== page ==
REVIEWED BY DAN STUMPF:         


THE LINEUP. Pajemer/Columbia, 1958. Eli Wallach, Robert Keith, Richard Jaeckel, Mary LaRoche, Emile Meyer, Marshall Reed and Vaughn Taylor. Written by Stirling Silliphant. Directed by Don Siegel.

MURDER BY CONTRACT. Orbit/Columbia, 1958. Vince Edwards, Herschel Bernardi, Philip Pine and Caprice Toriel. Written by Ben Simcoe. Directed by Irving Lerner.

   Two remarkably similar films from the same studio, released within months of each other.

   THE LINEUP is the more polished and less compelling of the two, largely because it’s a spin-off from a TV series and is therefore obliged to spend some time with the familiar cast plodding through familiar paces — and when I say “plod,” I’m being charitable. After a slam-bang opening, things slog through quicksand, as detectives Meyer and Reed patiently interview witnesses, quietly await lab results, placidly look over crime scenes and impassively conduct the obligatory Line-Up.

   Then, twenty minutes into the film, the stillness is broken by the arrival of Eli Wallach and Robert Keith as hit-men hired to retrieve smuggled heroin from three passengers who have carried it concealed in knick-knacks from abroad. And from here on, THE LINEUP becomes a different film altogether: perverse, violent, and non-stop action.

   Action yes, but the real interest of THE LINEUP derives from the interplay of the characters: Richard Jaeckel as a cocky driver, Robert Keith as the erudite overseer of the operation (who collects the last words of their victims) and most of all Eli Wallach as the barely-controlled psychopath who does the killings.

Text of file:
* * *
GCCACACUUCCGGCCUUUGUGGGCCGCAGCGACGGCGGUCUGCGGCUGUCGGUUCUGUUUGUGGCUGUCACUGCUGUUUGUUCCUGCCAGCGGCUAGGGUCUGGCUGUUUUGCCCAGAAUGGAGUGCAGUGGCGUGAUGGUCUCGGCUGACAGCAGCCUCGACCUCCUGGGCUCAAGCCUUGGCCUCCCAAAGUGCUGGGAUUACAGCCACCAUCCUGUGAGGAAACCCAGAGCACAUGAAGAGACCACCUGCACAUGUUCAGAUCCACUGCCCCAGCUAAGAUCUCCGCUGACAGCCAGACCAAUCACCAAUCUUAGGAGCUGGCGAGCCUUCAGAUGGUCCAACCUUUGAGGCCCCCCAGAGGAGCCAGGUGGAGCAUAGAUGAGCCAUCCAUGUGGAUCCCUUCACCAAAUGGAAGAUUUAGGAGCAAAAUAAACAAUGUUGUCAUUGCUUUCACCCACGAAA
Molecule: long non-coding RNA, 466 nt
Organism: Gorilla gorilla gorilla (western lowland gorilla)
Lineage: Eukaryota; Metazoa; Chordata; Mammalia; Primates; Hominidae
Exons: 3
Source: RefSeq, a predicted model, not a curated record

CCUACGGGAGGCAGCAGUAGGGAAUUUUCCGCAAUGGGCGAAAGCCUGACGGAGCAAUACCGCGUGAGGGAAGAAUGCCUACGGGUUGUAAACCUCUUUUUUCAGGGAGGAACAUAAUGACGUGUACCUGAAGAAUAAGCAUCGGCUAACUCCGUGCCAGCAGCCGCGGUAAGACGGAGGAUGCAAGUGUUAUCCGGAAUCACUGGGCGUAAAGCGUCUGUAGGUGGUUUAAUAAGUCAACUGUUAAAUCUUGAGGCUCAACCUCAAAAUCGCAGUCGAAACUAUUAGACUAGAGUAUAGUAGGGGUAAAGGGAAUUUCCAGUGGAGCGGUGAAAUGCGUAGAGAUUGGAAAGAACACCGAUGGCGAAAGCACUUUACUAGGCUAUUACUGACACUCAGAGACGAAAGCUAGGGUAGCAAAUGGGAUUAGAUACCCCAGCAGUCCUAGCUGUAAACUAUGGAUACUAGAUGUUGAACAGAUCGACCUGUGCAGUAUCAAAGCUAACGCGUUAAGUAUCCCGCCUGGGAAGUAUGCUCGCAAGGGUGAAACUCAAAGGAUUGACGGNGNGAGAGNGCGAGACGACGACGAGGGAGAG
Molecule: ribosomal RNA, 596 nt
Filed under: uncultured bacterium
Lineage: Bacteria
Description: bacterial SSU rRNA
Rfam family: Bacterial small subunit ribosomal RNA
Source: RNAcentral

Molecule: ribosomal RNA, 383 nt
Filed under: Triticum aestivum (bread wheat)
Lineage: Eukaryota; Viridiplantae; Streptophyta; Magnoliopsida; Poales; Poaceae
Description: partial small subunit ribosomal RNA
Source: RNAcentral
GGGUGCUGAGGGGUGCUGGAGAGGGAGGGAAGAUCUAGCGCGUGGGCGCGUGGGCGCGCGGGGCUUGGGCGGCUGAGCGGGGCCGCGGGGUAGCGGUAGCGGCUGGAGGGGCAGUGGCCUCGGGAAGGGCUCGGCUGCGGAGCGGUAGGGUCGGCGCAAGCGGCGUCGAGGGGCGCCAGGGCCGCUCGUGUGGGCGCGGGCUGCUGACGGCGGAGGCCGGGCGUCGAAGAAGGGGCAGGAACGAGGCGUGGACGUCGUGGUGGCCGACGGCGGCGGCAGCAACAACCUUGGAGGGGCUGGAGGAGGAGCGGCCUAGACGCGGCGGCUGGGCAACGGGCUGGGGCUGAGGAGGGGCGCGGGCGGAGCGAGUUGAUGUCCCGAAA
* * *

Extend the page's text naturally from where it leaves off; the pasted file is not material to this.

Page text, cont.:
Wallach is quite good here, moving with staccato grace (His character is appropriately named “Dancer.”) and darting knife-sharp glances at his potential targets like a bomb looking for an excuse to explode. But the character wouldn’t be nearly as effective without the interaction between him and his cohorts, skillfully laid out with Silliphant’s dialogue and knowingly evoked by Don Siegels’s economic direction.



   If you take THE LINEUP, slash the budget and cut out the dull parts, you’ve got MURDER BY CONTRACT, a lean, mean and artful 80 minutes of down-and-dirty crime drama.

   The structure and characters here are pretty much the same as in the earlier film: Vince Edwards is Claude, a creepily emotionless hit-man brought out to L.A. for an important contract and given two wheelman/watchers: Herschel Bernardi as the older, thoughtful type, and Philip Pine, immature and loud-mouthed.

   And again, it’s the relationships between the principals that livens the story, even as Ben Simcoe’s screenplay zips things along. Like THE LINE-UP, CONTRACT breaks the story down into three segments, as Edwards & Co. make tries on their target, with deadly results.

   But where THE LINEUP gets mired in detail, MURDER BY CONTRACT will have none of that — maybe because it was made for roots & berries. Whatever the case, CONTRACT cuts the narrative down to its bare bones, with elliptical editing, cramped sets and spare background music by Perry Botkin that literally underscores the killer’s alienation.

   And when, like Dancer in THE LINEUP, Claude finds himself alone, his physical solitude is a mere formality. He always was an outcast.